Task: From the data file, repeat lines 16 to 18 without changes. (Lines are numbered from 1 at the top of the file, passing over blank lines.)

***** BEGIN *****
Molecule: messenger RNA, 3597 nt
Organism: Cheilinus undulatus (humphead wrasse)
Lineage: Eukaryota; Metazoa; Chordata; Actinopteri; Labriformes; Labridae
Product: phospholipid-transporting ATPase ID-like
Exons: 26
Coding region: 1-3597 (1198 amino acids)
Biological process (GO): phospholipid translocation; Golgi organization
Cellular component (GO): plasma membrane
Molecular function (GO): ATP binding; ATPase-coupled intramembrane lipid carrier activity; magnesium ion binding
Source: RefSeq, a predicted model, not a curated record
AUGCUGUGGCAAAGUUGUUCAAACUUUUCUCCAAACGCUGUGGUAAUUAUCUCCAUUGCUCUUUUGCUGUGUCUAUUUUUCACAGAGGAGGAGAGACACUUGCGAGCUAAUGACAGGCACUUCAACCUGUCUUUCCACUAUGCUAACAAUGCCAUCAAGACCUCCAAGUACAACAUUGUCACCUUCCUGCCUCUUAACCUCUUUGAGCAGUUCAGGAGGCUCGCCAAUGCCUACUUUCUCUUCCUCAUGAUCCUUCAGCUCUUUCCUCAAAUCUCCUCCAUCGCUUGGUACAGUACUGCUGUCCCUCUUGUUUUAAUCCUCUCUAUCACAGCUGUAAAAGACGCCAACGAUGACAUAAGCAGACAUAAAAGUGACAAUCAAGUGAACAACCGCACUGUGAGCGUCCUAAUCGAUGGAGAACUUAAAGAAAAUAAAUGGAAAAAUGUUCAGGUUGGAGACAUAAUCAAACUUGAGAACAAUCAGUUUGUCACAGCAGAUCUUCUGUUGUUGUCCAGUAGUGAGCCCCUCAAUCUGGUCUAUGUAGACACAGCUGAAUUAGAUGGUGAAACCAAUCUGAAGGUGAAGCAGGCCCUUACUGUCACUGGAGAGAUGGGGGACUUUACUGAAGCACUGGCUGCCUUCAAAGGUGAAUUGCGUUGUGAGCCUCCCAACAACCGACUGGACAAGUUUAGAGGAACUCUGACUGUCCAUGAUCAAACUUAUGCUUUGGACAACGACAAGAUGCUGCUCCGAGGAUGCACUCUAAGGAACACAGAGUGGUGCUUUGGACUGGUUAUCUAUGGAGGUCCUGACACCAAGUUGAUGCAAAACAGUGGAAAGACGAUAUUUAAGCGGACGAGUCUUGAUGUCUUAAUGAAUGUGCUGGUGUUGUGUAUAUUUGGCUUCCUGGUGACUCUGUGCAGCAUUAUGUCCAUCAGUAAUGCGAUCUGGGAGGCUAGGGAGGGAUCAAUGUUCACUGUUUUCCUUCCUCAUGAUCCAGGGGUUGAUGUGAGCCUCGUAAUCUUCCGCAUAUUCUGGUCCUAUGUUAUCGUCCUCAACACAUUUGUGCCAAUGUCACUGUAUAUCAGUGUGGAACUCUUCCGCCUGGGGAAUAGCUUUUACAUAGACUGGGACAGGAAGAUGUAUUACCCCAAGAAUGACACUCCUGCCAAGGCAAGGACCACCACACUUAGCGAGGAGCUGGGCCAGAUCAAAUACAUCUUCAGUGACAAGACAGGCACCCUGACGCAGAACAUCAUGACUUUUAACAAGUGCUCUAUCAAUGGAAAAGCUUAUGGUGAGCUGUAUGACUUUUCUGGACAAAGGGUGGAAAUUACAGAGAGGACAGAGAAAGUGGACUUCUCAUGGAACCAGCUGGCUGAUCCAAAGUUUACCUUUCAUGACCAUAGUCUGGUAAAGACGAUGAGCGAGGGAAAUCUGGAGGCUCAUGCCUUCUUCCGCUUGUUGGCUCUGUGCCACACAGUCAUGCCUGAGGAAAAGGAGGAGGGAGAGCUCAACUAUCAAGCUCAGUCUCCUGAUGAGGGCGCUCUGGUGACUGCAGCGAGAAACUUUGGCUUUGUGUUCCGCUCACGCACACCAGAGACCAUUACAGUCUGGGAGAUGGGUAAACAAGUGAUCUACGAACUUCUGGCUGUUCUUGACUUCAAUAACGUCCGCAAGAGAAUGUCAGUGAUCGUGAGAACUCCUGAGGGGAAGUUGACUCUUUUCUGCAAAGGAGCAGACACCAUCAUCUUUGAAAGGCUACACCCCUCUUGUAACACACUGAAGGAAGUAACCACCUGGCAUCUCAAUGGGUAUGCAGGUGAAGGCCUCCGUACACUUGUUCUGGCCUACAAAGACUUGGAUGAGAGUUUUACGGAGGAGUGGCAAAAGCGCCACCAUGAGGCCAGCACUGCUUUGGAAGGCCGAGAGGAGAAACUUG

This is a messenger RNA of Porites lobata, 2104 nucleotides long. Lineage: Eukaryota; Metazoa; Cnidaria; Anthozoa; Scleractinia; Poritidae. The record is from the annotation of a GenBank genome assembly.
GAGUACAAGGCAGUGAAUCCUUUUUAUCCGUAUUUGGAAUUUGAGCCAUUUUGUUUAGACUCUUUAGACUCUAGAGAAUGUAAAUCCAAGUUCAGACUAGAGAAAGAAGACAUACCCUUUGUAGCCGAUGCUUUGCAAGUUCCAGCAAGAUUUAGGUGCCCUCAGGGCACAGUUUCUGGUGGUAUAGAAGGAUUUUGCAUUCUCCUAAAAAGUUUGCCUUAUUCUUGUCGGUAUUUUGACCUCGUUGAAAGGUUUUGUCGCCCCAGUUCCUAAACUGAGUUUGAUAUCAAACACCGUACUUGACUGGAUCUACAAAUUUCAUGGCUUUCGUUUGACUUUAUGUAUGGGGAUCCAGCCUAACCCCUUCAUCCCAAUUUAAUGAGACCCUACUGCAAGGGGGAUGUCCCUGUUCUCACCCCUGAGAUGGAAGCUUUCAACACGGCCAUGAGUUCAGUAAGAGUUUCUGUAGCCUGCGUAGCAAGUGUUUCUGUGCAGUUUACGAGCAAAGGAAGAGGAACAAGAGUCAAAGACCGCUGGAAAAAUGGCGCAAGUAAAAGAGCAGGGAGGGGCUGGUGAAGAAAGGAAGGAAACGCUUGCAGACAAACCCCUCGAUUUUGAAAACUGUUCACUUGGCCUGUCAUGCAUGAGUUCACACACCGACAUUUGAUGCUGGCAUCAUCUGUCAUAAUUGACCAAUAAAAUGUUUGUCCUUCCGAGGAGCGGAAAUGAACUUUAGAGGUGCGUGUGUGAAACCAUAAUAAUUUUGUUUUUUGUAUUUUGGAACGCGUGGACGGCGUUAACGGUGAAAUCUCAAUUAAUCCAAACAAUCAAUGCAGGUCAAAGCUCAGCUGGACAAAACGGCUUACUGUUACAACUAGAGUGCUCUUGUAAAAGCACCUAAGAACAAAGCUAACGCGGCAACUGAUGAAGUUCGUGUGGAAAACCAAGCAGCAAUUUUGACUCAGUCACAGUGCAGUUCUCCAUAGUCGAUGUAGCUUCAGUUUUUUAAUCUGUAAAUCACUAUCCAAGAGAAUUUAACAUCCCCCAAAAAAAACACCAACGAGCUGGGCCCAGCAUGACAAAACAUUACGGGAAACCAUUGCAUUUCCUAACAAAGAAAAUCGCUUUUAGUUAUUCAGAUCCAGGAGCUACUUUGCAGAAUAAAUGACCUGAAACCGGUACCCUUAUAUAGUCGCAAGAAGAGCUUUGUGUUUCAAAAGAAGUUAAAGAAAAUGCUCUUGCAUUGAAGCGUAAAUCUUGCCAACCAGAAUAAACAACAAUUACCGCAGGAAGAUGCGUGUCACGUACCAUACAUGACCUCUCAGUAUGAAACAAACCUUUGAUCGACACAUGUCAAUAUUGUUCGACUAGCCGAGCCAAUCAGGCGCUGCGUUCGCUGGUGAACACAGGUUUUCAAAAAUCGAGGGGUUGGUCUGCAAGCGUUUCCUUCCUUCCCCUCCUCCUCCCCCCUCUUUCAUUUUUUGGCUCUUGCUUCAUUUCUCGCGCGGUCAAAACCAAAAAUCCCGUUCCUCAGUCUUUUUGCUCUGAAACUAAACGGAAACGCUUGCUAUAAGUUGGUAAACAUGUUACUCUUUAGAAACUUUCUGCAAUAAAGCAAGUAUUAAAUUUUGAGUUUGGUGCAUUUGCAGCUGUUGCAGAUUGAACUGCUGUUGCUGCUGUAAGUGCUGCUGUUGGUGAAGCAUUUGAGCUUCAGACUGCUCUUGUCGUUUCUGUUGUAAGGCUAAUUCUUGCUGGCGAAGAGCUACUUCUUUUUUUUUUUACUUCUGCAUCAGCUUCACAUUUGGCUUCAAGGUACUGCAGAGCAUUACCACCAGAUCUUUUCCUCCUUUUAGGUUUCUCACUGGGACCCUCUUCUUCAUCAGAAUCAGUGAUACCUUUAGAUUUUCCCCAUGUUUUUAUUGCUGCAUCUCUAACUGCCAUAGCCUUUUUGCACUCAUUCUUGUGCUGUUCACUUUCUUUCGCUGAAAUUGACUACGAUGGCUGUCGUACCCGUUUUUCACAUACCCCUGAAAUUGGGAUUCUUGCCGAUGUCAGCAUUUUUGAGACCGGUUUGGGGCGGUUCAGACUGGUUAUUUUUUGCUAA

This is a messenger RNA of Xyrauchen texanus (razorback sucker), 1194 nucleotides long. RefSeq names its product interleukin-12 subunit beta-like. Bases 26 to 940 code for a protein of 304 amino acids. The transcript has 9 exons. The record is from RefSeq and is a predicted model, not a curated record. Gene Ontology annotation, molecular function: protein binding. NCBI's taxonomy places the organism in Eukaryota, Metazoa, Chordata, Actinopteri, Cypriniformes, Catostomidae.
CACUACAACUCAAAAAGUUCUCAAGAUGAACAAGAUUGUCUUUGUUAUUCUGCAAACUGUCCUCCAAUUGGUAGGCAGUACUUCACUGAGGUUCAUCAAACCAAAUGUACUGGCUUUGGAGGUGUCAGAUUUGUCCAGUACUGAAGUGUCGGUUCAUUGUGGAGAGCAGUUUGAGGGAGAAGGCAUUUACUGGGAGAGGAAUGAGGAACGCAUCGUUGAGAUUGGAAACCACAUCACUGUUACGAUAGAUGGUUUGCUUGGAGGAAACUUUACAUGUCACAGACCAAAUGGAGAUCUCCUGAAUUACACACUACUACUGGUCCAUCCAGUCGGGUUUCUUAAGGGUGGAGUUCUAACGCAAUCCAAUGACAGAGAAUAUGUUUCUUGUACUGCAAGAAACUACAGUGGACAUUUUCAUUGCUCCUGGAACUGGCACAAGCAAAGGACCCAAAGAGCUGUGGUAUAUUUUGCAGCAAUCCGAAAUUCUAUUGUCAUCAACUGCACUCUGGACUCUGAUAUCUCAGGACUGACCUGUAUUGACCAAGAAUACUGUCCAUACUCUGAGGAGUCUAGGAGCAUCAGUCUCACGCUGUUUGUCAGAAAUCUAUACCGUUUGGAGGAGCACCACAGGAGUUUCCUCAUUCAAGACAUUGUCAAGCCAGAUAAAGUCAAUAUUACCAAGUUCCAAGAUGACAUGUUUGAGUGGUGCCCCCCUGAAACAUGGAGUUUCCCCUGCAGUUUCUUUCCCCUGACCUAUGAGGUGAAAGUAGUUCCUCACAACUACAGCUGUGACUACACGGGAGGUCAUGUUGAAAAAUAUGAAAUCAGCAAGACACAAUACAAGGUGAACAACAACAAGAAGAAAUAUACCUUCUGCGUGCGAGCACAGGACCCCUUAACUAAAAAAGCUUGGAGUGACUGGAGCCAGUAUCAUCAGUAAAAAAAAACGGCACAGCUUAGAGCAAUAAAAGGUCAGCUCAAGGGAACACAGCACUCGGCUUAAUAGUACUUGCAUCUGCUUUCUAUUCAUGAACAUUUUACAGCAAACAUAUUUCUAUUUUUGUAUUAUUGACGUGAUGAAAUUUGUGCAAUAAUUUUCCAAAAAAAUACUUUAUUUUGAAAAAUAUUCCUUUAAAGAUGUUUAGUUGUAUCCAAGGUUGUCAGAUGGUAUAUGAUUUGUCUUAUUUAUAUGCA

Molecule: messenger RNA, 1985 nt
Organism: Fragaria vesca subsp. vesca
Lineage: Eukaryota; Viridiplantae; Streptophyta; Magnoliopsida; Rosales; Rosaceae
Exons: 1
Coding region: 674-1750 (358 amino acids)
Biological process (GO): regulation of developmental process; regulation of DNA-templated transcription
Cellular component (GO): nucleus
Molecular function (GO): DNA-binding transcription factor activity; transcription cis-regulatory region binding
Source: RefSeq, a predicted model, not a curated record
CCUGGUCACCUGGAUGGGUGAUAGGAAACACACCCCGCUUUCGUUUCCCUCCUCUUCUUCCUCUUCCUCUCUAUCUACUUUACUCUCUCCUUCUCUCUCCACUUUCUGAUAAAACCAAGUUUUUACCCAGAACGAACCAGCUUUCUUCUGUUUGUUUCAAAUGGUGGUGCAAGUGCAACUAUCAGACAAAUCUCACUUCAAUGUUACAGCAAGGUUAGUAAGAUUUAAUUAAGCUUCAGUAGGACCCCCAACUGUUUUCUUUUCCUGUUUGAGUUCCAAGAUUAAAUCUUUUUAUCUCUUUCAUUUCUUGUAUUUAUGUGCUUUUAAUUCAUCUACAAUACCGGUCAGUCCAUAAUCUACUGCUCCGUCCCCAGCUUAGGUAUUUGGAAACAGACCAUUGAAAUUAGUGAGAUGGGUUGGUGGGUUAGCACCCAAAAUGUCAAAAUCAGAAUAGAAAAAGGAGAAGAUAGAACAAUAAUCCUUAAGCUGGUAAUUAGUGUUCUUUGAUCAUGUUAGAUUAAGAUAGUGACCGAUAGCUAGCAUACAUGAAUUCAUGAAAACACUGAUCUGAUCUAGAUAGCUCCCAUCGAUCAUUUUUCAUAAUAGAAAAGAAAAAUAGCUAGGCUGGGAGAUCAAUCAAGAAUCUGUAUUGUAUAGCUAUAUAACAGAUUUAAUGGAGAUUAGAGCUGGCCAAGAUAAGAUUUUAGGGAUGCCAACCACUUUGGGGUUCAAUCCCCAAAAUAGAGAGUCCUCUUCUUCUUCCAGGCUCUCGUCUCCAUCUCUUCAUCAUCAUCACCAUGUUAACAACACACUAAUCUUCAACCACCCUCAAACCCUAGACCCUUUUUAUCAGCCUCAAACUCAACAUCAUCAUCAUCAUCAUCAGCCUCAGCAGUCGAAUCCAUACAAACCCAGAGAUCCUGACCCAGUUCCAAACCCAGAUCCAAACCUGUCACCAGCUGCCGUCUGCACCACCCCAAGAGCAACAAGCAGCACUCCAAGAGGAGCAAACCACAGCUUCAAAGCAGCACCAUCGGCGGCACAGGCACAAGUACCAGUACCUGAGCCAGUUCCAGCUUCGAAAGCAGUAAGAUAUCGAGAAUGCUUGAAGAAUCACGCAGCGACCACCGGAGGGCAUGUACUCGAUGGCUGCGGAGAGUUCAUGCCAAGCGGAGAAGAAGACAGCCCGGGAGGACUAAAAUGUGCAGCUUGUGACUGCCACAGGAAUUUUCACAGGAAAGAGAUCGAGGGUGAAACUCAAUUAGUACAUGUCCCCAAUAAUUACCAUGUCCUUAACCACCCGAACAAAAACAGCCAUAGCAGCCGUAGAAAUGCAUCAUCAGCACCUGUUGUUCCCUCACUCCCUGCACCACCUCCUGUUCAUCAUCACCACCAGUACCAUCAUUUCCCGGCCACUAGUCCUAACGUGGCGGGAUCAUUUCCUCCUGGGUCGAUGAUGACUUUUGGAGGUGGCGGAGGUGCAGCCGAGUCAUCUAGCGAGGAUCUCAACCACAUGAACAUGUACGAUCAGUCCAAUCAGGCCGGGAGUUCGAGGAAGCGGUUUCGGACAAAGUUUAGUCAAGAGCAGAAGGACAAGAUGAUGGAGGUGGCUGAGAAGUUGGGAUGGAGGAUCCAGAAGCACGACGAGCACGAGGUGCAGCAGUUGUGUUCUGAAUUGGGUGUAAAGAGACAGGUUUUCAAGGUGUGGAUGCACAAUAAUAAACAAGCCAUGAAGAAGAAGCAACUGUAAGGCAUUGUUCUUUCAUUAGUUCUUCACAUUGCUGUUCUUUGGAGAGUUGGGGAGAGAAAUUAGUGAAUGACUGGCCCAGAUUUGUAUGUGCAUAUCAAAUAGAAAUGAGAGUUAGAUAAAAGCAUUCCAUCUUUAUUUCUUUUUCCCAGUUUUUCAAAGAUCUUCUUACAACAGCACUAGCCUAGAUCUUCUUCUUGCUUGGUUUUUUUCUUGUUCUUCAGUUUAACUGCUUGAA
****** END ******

Molecule: messenger RNA, 1985 nt
Organism: Fragaria vesca subsp. vesca
Lineage: Eukaryota; Viridiplantae; Streptophyta; Magnoliopsida; Rosales; Rosaceae